Pope John Paul II, who made bettering relations with the Jewish world a cornerstone of his papacy, will be beatified on May 1, placing the Polish-born pontiff one step closer to sainthood.
The Vatican announced Friday that Pope Benedict XVI will preside at the Vatican ceremony.
John Paul died in 2005 and was put on a fast track to be made a saint.
“His cause began before the end of the five-year period which the current norms stipulate must pass following the death of a Servant of God,” a statement from the Vatican’s Congregation for the Causes of Saints said. “This provision was solicited by the great fame of sanctity which Pope John Paul II enjoyed during his life, in his death and after his death.”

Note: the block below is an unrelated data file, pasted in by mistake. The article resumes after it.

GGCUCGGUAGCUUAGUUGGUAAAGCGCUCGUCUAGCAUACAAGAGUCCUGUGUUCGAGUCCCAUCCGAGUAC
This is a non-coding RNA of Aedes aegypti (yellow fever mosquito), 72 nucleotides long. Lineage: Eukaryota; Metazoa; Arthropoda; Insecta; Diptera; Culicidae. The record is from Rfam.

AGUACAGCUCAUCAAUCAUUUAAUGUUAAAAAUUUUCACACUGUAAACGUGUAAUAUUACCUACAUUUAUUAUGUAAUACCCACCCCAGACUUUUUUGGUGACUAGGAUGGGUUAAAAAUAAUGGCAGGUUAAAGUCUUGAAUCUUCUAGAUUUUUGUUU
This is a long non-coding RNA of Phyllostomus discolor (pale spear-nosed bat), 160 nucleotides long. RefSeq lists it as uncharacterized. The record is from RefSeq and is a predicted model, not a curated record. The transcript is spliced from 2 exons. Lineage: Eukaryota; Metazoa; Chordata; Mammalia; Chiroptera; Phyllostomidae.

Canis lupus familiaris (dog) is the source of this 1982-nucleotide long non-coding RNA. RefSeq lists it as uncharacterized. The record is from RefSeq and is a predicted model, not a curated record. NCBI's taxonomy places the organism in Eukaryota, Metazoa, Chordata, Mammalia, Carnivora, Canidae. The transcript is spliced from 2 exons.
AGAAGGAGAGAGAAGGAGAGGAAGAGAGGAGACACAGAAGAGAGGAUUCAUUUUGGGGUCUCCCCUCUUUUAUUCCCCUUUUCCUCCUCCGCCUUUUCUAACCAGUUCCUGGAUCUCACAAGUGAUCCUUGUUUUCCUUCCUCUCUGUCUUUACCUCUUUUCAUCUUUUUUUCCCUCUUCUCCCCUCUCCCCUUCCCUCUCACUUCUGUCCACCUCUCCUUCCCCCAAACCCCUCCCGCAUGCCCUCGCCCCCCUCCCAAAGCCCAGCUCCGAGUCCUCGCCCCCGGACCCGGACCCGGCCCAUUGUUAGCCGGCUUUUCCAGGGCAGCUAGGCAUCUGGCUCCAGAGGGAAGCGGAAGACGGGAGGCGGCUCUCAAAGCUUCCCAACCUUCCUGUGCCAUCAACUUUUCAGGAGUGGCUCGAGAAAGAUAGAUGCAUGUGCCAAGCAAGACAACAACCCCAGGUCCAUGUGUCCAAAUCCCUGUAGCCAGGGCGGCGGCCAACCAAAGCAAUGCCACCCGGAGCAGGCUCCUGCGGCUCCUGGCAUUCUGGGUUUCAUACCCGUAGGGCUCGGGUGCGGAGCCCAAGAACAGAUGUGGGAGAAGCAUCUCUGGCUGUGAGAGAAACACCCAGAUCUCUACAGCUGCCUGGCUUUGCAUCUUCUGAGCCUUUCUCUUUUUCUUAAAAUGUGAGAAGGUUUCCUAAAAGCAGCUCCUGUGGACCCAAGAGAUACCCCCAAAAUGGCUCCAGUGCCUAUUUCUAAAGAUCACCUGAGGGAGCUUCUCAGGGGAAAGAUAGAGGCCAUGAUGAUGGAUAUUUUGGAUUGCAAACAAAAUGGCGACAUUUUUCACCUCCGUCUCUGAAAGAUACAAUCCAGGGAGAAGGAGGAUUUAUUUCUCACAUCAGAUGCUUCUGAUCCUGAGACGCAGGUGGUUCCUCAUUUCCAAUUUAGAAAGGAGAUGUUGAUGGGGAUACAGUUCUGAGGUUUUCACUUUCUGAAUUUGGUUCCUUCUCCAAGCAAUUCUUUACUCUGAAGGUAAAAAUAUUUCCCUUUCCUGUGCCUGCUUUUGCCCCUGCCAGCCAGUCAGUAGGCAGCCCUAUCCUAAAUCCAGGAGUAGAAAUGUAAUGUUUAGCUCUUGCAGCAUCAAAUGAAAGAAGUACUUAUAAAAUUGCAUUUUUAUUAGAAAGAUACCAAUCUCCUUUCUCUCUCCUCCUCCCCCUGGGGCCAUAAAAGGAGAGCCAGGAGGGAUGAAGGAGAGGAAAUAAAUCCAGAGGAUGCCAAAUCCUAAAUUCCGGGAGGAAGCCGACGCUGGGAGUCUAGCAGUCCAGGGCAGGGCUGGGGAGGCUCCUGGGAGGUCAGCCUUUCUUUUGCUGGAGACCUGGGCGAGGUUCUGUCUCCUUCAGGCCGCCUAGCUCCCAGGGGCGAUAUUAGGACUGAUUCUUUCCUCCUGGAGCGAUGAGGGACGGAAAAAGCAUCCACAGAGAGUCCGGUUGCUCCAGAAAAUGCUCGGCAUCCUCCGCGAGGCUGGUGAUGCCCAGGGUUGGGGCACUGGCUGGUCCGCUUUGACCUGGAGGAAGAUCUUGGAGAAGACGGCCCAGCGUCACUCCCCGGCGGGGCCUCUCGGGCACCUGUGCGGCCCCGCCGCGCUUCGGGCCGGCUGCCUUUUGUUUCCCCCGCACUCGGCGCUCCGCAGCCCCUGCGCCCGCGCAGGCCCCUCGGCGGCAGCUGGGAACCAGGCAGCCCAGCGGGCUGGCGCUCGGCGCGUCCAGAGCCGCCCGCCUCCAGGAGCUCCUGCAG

It said that the decision to beatify him came after the church recognized a miracle attributed to his intervention.
John Paul was elected pope in 1978. He had Jewish friends in his childhood and witnessed the Holocaust in Poland as young priest.
Throughout his papacy he reached out to Jews in unprecedented ways. In 1986 he visited the Great Synagogue in Rome, becoming the first pope to visit a synagogue. He embraced the Rome chief rabbi and described Jews as Christianity’s “older brothers.”
He met frequently with Jewish groups and representatives, promoted memory of the Holocaust and spoke out against anti-Semitism, including issueing an apologiy for the persecution of Jews by Catholics.